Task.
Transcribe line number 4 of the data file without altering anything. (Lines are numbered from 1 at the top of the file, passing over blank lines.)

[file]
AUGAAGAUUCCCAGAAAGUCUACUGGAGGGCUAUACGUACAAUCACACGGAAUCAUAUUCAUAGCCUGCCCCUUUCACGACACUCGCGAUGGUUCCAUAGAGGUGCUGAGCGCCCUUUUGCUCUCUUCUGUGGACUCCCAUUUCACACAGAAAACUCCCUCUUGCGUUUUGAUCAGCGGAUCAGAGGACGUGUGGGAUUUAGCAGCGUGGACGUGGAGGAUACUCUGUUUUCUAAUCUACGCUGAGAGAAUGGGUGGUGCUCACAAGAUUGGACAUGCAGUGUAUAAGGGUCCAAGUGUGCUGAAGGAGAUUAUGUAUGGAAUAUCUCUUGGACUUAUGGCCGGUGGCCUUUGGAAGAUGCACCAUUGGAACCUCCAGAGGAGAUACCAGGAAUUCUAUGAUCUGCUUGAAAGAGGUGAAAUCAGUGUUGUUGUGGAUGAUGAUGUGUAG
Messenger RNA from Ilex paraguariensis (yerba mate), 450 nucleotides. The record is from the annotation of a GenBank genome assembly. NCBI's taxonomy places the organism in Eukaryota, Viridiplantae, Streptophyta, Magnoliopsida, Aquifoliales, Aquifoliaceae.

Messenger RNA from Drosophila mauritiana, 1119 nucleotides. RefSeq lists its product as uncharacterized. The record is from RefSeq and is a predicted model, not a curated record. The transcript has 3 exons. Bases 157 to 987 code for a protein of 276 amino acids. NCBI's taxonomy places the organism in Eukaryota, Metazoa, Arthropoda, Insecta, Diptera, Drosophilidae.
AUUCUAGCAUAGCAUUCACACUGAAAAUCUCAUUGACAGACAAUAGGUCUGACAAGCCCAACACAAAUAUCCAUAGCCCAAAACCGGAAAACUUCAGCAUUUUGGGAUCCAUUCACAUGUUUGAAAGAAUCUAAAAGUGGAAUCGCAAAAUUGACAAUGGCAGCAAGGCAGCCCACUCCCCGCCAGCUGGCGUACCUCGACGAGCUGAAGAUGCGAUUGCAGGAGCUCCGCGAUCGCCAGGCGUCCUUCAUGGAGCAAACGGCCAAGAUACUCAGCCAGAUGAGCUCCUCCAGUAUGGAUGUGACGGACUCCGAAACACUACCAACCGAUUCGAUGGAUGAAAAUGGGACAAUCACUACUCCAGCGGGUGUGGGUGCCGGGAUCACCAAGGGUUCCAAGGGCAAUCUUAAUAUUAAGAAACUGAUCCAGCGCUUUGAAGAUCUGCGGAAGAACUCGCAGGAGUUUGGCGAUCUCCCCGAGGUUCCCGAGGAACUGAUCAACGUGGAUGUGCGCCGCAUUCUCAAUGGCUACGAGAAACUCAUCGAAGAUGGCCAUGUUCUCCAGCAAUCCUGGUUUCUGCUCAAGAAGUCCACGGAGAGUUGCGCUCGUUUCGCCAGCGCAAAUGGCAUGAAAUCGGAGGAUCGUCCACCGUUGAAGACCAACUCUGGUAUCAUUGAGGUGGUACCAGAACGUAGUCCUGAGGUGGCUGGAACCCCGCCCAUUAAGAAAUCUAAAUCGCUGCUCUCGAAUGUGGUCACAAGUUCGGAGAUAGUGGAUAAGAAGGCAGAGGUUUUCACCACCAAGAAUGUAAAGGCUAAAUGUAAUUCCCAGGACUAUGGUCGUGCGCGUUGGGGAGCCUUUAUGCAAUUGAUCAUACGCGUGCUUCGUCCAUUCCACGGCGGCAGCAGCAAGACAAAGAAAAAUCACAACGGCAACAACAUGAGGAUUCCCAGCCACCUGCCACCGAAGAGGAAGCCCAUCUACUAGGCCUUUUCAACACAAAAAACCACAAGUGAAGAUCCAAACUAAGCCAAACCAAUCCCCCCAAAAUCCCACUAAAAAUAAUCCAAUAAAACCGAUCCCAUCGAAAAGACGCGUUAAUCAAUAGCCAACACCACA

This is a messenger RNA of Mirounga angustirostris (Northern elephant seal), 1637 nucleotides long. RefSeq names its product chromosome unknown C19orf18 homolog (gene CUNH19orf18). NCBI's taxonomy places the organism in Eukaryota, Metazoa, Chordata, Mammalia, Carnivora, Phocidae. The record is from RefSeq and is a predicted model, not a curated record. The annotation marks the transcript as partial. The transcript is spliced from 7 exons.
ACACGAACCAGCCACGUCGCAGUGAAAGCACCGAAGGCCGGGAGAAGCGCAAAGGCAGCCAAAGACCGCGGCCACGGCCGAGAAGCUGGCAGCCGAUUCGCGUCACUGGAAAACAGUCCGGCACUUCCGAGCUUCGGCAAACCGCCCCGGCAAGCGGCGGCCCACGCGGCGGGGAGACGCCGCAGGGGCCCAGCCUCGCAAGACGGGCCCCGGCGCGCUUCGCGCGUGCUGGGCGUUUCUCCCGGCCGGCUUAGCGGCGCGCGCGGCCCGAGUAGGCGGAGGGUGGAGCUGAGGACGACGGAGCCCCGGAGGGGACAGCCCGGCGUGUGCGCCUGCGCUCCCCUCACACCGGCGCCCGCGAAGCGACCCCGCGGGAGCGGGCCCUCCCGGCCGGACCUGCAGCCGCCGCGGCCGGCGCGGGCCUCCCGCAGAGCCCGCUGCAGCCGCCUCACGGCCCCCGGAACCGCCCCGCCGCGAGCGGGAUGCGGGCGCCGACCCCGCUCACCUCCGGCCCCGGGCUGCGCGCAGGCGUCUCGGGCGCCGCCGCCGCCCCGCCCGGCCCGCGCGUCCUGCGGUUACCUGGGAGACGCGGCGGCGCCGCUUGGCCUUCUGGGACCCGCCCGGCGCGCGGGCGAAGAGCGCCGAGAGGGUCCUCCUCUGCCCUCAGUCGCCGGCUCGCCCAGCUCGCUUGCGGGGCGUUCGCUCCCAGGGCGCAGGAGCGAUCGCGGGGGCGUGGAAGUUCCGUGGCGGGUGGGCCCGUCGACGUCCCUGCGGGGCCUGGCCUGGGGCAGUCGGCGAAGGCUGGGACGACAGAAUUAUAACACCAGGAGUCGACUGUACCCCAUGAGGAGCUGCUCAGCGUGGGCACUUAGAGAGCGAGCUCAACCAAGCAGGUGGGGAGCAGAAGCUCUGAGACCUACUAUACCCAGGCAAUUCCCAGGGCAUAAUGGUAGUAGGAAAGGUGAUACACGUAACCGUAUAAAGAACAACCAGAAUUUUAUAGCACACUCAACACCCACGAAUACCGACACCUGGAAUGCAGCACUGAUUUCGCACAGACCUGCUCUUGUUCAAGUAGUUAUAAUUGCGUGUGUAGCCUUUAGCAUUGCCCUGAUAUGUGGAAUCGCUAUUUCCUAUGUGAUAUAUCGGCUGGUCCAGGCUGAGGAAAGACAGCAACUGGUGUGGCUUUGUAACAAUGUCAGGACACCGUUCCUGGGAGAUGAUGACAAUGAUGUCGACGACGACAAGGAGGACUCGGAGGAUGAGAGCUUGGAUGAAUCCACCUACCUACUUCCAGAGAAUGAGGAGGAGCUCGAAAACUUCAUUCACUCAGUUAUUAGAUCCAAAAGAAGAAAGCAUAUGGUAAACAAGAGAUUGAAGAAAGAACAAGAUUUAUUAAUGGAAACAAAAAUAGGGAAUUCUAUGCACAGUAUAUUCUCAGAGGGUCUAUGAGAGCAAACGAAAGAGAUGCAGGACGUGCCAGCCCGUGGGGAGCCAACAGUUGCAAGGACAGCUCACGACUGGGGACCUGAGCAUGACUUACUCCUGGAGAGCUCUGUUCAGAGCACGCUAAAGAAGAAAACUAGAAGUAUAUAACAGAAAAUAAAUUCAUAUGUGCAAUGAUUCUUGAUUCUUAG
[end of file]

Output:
AUUCUAGCAUAGCAUUCACACUGAAAAUCUCAUUGACAGACAAUAGGUCUGACAAGCCCAACACAAAUAUCCAUAGCCCAAAACCGGAAAACUUCAGCAUUUUGGGAUCCAUUCACAUGUUUGAAAGAAUCUAAAAGUGGAAUCGCAAAAUUGACAAUGGCAGCAAGGCAGCCCACUCCCCGCCAGCUGGCGUACCUCGACGAGCUGAAGAUGCGAUUGCAGGAGCUCCGCGAUCGCCAGGCGUCCUUCAUGGAGCAAACGGCCAAGAUACUCAGCCAGAUGAGCUCCUCCAGUAUGGAUGUGACGGACUCCGAAACACUACCAACCGAUUCGAUGGAUGAAAAUGGGACAAUCACUACUCCAGCGGGUGUGGGUGCCGGGAUCACCAAGGGUUCCAAGGGCAAUCUUAAUAUUAAGAAACUGAUCCAGCGCUUUGAAGAUCUGCGGAAGAACUCGCAGGAGUUUGGCGAUCUCCCCGAGGUUCCCGAGGAACUGAUCAACGUGGAUGUGCGCCGCAUUCUCAAUGGCUACGAGAAACUCAUCGAAGAUGGCCAUGUUCUCCAGCAAUCCUGGUUUCUGCUCAAGAAGUCCACGGAGAGUUGCGCUCGUUUCGCCAGCGCAAAUGGCAUGAAAUCGGAGGAUCGUCCACCGUUGAAGACCAACUCUGGUAUCAUUGAGGUGGUACCAGAACGUAGUCCUGAGGUGGCUGGAACCCCGCCCAUUAAGAAAUCUAAAUCGCUGCUCUCGAAUGUGGUCACAAGUUCGGAGAUAGUGGAUAAGAAGGCAGAGGUUUUCACCACCAAGAAUGUAAAGGCUAAAUGUAAUUCCCAGGACUAUGGUCGUGCGCGUUGGGGAGCCUUUAUGCAAUUGAUCAUACGCGUGCUUCGUCCAUUCCACGGCGGCAGCAGCAAGACAAAGAAAAAUCACAACGGCAACAACAUGAGGAUUCCCAGCCACCUGCCACCGAAGAGGAAGCCCAUCUACUAGGCCUUUUCAACACAAAAAACCACAAGUGAAGAUCCAAACUAAGCCAAACCAAUCCCCCCAAAAUCCCACUAAAAAUAAUCCAAUAAAACCGAUCCCAUCGAAAAGACGCGUUAAUCAAUAGCCAACACCACA